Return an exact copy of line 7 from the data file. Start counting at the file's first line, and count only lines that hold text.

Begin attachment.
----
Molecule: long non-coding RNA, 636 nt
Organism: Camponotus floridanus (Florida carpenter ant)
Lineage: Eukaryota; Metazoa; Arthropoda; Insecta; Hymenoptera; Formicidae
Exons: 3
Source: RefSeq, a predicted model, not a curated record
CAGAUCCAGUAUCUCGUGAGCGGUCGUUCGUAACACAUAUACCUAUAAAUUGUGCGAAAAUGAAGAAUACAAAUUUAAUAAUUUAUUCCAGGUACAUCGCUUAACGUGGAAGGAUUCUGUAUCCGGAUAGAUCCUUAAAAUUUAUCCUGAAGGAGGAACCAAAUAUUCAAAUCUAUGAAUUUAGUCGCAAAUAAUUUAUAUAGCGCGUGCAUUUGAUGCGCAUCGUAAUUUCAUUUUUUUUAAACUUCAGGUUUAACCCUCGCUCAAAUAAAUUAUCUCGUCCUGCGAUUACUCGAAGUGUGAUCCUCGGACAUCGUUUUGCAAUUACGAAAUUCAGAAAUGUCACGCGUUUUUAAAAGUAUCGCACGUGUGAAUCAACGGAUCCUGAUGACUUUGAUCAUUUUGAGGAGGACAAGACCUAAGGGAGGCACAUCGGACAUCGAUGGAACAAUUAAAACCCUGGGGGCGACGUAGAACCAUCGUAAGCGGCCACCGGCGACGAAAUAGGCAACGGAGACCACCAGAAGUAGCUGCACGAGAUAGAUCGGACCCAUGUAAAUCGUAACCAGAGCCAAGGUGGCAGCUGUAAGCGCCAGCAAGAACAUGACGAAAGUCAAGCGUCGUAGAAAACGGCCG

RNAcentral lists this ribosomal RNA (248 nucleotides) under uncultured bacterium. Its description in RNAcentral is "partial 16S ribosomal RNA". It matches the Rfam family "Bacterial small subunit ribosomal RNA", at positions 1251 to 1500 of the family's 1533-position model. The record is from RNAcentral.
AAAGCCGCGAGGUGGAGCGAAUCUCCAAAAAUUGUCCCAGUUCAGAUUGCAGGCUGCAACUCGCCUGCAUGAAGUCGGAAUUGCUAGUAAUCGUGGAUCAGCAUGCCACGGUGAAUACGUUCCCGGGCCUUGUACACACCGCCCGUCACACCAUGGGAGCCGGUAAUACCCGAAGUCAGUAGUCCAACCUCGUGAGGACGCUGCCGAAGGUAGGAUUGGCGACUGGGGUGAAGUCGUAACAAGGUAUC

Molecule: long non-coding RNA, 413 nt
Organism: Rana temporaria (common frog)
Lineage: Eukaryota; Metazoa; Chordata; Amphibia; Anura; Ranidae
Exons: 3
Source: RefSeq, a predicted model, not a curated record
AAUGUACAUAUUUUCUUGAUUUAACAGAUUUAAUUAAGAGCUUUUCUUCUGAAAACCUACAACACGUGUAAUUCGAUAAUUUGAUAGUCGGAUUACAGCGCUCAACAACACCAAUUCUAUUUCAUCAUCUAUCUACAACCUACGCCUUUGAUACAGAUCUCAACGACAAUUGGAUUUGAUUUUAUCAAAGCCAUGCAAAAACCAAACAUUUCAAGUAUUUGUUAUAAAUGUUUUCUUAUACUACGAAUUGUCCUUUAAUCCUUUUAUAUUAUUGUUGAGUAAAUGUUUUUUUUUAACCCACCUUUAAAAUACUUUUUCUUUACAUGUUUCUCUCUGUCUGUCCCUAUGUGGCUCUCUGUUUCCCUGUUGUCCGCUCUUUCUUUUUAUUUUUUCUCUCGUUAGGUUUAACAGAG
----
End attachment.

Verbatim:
RNAcentral lists this ribosomal RNA (248 nucleotides) under uncultured bacterium. Its description in RNAcentral is "partial 16S ribosomal RNA". It matches the Rfam family "Bacterial small subunit ribosomal RNA", at positions 1251 to 1500 of the family's 1533-position model. The record is from RNAcentral.